Apple (NASDAQ:AAPL) has been trading at a notably low multiple since 2009.
In this clip from Industry Focus: Tech, Fool analyst John Rotonti explains a few reasons why the company is trading so low, and compares its reputation in the market to the similarly valued biotech Gilead Sciences (NASDAQ:GILD). Find out why these companies are such exciting prospects for value investors, and one huge concern that's still up in the air for both of them.
A transcript follows the video.
This podcast was recorded on July 1, 2016.
Dylan Lewis: Why don't we hit Apple first? Forrest Gump's favorite fruit company, it's one of those stocks that have been perpetually cheap since about 2009. They're currently at a trailing P/E [price-to-earnings ratio] of about 10.5, roughly half that of market right now. When you're looking at this company, what makes them a value investment for you, John?
John Rotonti: Dylan, I love how you teed it up, because you said it has been perpetually cheap since about 2009. Which means that, maybe I'm missing something. Maybe the market's right. It's definitely possible, it's happened before and it will definitely happen in the future. I guess the question is, and, it's a question that value investors struggle with a lot -- is something cheap, is it undervalued, or is it a value trap?
When I think about Apple, actually, I see a lot of pattern recognition with another company trading at a low multiple of earnings, which is Gilead. I know Gilead technically it's not tech, but it has tech in its industry title, because it's biotech, so I'll bring it up really quickly. From a pattern recognition standpoint, both Apple and Gilead have super strong balance sheets, both have generated a ton of free cash flow, have high returns on invested capital. Both have super high market share. Apple has about 14% share of the global smartphone market, but it generates more than 90% of industry profits. Gilead has about 70% market share of the HIV market, and 90% share of the hepatitis C market in the U.S. So, really established dominant businesses. Both have what I believe to be high-quality management teams. Both pay an almost identical dividend that yields 2.3%. And both are statistically optically cheap, trading at less than 10 [times] enterprise value to free cash flow.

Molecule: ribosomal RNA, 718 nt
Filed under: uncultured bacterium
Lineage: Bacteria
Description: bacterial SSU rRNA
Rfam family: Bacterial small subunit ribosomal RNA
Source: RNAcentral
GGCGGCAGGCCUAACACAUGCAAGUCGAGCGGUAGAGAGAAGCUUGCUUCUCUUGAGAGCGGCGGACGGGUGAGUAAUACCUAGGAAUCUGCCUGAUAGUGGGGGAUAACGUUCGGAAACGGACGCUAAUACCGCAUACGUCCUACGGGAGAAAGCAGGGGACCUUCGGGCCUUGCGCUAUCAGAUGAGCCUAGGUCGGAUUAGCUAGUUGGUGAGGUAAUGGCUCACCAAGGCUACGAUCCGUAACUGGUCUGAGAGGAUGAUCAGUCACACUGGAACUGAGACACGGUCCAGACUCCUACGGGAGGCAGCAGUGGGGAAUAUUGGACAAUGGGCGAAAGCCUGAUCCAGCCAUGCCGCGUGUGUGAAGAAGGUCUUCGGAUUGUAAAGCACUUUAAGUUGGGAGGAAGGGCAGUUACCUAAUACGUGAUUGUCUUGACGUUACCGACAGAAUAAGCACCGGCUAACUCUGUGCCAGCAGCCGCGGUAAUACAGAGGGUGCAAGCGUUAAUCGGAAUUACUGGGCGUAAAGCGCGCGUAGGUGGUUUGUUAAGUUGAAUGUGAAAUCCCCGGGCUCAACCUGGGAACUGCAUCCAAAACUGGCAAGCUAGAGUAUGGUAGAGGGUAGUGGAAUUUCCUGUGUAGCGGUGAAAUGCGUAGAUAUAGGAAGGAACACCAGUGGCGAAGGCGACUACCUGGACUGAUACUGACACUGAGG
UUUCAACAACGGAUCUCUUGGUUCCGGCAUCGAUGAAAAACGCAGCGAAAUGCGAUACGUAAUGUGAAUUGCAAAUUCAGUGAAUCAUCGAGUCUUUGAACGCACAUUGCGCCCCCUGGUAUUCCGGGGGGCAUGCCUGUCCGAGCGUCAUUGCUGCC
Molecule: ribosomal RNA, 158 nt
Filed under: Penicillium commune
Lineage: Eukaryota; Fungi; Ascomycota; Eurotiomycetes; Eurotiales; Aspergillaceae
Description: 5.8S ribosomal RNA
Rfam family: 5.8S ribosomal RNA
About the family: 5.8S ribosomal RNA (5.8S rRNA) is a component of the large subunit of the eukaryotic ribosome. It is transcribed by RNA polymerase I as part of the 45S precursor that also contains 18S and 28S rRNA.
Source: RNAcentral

But, on the other hand -- and here's more similarities, and these are big buts -- both generate a majority of the revenue from one or two products. For Gilead, I think 90% of its sales come from its treatments for hepatitis C and HIV, and for Apple, I think the iPhone accounts for about two-thirds of its sales. Both do not have a lot of revenue diversity, both are facing slowing growth, and both are facing some degree of pricing pressure. So the question is, are they good investments? Are they value traps? I admire both companies. I actually prefer Apple, and I'll talk a little bit more about Apple, primarily because I just understand it better. At this point, I have not really dived into Gilead's pipeline. I don't yet know how to value it. So it's high on my watch list, but I'm focusing on Apple, and I have an investment in Apple.
Dylan Lewis owns shares of Apple and Gilead Sciences. John Rotonti owns shares of Apple. The Motley Fool owns shares of and recommends Apple and Gilead Sciences. The Motley Fool has the following options: long January 2018 $90 calls on Apple and short January 2018 $95 calls on Apple. Try any of our Foolish newsletter services free for 30 days. We Fools may not all hold the same opinions, but we all believe that considering a diverse range of insights makes us better investors. The Motley Fool has a disclosure policy.